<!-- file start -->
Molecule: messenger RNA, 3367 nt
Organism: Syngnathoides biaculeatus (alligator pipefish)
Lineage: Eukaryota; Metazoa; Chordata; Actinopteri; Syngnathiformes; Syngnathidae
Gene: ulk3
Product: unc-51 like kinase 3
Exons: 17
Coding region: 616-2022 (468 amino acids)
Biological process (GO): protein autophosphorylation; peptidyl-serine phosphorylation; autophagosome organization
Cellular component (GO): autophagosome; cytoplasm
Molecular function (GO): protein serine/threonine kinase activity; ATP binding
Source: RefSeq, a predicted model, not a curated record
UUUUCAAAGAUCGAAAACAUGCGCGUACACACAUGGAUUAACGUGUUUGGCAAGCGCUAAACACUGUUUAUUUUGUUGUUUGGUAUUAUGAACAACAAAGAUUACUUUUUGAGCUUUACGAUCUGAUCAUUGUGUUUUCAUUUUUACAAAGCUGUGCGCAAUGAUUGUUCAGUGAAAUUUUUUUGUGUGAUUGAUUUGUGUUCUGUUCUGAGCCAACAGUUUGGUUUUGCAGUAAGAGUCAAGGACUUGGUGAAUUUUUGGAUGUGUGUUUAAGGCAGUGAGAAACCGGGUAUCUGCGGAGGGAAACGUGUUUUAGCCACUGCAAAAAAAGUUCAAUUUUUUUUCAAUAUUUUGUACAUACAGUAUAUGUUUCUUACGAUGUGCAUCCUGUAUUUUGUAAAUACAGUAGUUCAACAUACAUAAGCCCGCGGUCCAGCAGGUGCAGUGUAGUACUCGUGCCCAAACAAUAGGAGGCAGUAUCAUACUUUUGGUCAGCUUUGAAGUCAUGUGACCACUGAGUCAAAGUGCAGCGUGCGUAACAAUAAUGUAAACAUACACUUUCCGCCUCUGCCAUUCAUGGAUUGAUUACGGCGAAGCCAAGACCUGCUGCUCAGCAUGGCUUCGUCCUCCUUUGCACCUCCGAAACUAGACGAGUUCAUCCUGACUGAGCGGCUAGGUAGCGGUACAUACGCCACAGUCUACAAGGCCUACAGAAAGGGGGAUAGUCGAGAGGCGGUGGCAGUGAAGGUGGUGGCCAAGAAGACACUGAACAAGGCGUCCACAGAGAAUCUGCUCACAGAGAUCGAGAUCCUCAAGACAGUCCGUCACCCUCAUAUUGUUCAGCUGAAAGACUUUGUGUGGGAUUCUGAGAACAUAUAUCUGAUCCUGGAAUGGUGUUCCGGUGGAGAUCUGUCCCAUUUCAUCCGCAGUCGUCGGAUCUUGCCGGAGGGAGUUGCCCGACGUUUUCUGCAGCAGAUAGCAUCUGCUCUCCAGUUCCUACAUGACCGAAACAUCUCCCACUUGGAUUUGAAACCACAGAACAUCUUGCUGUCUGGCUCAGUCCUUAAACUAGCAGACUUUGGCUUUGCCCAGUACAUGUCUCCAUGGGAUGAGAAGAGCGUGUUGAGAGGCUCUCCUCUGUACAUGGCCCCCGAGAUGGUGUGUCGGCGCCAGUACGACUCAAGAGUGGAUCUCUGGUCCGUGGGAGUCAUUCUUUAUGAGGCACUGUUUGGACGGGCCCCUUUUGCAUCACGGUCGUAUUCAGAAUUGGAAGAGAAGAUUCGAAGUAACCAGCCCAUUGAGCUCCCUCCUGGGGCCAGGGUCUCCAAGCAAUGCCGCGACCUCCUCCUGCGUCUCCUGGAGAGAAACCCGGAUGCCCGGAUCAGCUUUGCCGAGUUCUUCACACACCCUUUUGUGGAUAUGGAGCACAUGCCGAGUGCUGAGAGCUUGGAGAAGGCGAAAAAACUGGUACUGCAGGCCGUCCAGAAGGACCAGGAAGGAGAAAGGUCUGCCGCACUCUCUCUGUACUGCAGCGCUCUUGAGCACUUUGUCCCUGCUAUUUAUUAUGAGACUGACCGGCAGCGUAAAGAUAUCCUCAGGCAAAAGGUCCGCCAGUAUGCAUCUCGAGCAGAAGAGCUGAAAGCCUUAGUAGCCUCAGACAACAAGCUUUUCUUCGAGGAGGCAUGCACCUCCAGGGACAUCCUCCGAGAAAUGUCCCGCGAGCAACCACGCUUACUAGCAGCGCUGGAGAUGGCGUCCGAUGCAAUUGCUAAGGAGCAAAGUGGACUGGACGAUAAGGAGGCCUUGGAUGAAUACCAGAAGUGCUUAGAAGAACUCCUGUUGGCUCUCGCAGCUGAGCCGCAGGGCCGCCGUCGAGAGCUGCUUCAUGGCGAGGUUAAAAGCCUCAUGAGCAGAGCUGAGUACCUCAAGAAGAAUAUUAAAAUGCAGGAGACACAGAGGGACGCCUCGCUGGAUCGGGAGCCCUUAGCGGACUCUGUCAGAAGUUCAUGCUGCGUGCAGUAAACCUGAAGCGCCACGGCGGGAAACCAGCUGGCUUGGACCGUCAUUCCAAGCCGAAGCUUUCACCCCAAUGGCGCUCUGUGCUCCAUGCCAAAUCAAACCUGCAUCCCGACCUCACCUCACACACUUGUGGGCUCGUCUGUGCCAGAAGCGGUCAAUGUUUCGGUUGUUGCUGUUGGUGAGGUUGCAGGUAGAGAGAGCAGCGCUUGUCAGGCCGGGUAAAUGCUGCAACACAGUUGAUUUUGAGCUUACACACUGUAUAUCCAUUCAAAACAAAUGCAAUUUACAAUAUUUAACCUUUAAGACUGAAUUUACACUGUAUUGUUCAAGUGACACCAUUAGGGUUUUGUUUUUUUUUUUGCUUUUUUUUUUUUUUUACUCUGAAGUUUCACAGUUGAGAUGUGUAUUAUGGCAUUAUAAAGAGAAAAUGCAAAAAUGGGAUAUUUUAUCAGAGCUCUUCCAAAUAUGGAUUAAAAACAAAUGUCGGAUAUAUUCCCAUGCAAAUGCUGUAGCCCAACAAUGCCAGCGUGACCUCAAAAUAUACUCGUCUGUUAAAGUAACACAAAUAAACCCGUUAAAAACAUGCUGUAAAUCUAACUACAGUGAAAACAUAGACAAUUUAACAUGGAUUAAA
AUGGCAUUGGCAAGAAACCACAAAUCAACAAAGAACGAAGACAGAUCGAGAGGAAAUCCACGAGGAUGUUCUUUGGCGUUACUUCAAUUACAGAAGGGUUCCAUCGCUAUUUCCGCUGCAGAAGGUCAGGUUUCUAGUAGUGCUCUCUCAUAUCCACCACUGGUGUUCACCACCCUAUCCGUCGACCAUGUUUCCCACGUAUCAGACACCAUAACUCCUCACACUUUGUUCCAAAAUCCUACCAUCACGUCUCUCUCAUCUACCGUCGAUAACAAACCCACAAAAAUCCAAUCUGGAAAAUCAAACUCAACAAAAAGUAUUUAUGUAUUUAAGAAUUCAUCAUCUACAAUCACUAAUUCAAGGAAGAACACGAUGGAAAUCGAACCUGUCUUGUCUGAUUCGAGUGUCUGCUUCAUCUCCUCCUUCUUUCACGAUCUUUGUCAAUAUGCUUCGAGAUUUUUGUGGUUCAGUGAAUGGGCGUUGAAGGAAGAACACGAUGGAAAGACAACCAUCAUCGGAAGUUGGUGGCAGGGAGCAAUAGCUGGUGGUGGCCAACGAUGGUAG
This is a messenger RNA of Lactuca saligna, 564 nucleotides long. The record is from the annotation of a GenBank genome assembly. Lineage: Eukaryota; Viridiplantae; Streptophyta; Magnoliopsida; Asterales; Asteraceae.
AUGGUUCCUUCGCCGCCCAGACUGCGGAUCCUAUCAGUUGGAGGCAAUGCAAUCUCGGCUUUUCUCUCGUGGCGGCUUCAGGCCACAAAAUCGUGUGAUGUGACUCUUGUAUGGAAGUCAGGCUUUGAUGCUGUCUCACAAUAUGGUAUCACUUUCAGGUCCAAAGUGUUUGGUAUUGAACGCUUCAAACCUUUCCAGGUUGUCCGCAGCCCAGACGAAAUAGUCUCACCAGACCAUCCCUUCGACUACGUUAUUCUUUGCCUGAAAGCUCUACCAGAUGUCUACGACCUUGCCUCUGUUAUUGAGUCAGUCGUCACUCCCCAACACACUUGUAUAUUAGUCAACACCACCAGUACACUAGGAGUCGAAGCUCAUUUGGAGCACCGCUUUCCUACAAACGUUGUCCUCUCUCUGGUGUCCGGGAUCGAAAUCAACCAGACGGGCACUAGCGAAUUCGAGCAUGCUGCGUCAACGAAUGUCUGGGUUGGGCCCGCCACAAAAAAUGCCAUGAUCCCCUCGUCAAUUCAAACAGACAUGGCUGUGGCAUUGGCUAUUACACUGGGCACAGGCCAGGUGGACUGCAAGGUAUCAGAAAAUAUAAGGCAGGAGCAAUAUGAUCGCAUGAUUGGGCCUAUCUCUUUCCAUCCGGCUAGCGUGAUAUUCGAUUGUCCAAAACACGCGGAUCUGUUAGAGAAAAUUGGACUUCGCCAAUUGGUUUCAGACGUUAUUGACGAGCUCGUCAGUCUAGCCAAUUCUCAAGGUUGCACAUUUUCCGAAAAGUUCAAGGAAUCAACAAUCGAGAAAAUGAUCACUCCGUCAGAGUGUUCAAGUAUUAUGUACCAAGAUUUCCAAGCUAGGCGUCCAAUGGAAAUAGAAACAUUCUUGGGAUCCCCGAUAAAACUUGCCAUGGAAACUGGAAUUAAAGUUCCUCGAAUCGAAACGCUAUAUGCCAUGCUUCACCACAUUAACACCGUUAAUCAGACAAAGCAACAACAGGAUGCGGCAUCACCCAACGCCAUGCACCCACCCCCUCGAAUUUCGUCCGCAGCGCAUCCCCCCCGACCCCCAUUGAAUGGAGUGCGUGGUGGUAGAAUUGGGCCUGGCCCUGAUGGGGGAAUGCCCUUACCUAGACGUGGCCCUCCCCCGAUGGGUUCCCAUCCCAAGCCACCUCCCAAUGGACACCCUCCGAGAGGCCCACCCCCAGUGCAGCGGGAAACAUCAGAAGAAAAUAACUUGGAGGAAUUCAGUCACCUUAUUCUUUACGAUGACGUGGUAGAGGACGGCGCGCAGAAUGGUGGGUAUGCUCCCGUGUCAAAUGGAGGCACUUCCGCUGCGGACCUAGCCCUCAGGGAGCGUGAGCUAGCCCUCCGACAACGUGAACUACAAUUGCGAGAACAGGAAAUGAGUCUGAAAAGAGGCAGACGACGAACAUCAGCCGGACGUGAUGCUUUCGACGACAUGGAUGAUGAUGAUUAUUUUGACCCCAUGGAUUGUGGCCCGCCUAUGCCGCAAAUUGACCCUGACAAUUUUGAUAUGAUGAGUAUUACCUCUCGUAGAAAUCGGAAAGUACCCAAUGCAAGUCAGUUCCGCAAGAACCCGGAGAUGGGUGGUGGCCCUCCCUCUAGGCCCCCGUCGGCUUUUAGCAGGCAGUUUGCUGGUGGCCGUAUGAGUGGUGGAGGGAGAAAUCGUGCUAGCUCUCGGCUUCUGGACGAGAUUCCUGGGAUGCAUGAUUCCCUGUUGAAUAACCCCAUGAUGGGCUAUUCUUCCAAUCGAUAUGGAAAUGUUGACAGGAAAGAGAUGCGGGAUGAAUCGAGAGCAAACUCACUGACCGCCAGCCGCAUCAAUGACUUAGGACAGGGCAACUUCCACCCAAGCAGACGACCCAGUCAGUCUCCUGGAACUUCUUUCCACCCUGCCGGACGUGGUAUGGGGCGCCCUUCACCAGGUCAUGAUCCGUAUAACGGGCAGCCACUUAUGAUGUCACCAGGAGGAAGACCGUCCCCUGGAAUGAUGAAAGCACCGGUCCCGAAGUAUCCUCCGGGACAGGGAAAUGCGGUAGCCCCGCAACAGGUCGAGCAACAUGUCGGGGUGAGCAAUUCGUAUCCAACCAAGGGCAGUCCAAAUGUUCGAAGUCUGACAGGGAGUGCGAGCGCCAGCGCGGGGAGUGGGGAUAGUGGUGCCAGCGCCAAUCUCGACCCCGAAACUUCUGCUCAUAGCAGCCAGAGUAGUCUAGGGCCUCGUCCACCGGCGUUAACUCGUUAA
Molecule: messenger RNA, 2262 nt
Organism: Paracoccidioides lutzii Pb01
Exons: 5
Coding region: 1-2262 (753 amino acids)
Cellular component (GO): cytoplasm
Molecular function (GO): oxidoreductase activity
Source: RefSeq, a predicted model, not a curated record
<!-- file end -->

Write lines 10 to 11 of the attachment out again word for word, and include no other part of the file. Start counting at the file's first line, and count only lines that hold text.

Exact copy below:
Molecular function (GO): protein serine/threonine kinase activity; ATP binding
Source: RefSeq, a predicted model, not a curated record